Duterte popularity starts to erode
CANBERRA—Barely two weeks after his inauguration on June 29, ominous signs have appeared, indicating that the popularity that fueled President Duterte’s landslide victory in last May’s elections is flagging and eroding.
The latest Pulse Asia survey, released on July 20, shows that more Filipinos are opposed today to constitutional change, a priority political reform being pushed by the new Duterte administration. According to the survey, 44 percent of respondents believe that the 1987 Constitution should not be amended—for now. On the other hand, 37 percent think it’s time to amend it, while 19 percent remain undecided.
The anti-Charter change plurality sentiment among Filipinos (44 percent) is shared by virtually the same percentages of people who are aware of the Cha-cha proposals and those with sufficient or a great deal of knowledge of the Constitution (both at 42 percent), said Pulse Asia.
The survey did not explain the reasons behind its findings. The implication seems to be that the proposal for Cha-cha will face rough sailing in Congress despite the “supermajority” of the government deputies in the House of Representatives. And the way it looks, control of the Senate by the government’s allies appear uncertain.
In his State of the Nation Address (Sona), President Duterte did not ram the Cha-cha proposal down the throat of Congress. Instead he disguised it behind the move to shift the political system from the present highly centralized presidential form of government to a federalized one. In the Sona, the president was ambiguous and he presented a muddled view of what he really wanted. He told the joint session of Congress: “You know my advice to you is… maintain a federal system, a parliament, but be sure to have a president… but I’m disqualified… and by that time I would no longer be here. (But) I can commit today to the Republic of the Philippines and its people: If you hurry up the federal system of government and you can submit it to the Fiipino people by the fourth, fifth year, proceso yan, e. You call for a referendum, and after that, call for a presidential election, I will go.”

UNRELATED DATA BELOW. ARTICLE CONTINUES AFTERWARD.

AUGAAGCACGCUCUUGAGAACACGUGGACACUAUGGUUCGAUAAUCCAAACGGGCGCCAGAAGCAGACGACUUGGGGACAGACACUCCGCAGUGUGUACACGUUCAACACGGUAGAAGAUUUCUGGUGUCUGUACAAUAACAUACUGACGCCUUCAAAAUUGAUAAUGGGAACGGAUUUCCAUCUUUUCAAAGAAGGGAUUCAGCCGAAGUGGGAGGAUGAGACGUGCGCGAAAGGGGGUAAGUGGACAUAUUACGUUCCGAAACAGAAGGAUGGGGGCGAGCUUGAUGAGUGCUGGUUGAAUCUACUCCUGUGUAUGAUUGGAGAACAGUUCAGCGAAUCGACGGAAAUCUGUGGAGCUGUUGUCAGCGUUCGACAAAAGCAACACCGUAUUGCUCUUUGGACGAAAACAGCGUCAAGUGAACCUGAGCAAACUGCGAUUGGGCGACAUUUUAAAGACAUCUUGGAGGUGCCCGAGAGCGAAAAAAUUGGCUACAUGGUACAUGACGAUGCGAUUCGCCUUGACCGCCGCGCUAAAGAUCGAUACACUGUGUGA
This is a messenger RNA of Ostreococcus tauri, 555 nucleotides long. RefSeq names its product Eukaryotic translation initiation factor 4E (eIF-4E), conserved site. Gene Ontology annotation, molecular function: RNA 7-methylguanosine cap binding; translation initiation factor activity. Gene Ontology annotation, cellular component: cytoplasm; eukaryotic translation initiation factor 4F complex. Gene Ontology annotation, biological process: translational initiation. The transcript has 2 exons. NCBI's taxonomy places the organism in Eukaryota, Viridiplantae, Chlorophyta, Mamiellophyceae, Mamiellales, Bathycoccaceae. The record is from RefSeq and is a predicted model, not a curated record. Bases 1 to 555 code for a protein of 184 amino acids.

But you just have a new president. Amending a constitution is not just a simple process. That can be facilitated by edicts issued from Malacañang by the highest officials of the Republic. Administration officials have made a great leap forward: They are now considering whether we follow the British Westminster parliamentary system or the French presidential model, this even before we have resolved the issue over the mode of amending the Constitution.
The sticky issue of mode was raised by former Senate president Franklin Drilon who said that Congress has the sole authority to decide on the mode of amending the Constitution. The mode of amendment, ” whether by Constitutional Assembly [Con-ass] or Constitutional Convention [Con-con], is the sole prerogative of Congress,” Drilon said in a statement. He issued the statement in response to attempts by the administration to fast-track the shift to the federal system.
House Speaker Pantaleon Alvarez had earlier said that President Duterte now prefers Con-ass over Con-con as the mode of amending the Charter.
But Drilon pointed out that unlike ordinary bills, a resolution calling for a review of the Constitution “does not need the approval of the President and cannot be vetoed by the President,” adding that the Filipino people themselves would ultimately decide whether or not they would ratify the amendments. The amendments themselves are not subject to the approval of the President, and neither can it be vetoed by him. Instead they are submitted in a plebiscite directly to the people, for their approval or rejection, he said.
In the Sona, the President directed legislators to copy the French presidential system, not the British Westminster parliamentary system, warning them that the latter is dangerous and takes time to work. This is understandable: President Duterte has no use for such a system.
Under the French model that President Charles de Gaulle chose for the Fifth Republic, the president of France was vested with strong executive powers to cope with crises. This model was adopted by the French constitution following the liberation of France from the Nazi occupation at the end of World War II. French critics slammed De Gaulle’s preferred system as an “elected monarchy.”
President Duterte is presuming too much if he imagines himself as a messianic Filipino version of De Gaulle or the incarnation of Singapore Prime Minister Lee Kuan Yew. Mr. Duterte does not have the moral or intellectual qualities of either of these two great men to claim he is the savior of the country from criminality and the drug menace. The big difference between Mr. Duterte and his role models is that they did not rule with a vow to kill people suspected of being criminals and drug lords.
Neither did De Gaulle nor Lee have vigilante death squads for cohorts.
Amando Doronila was a regular columnist of the Inquirer from 1994 to May 2016.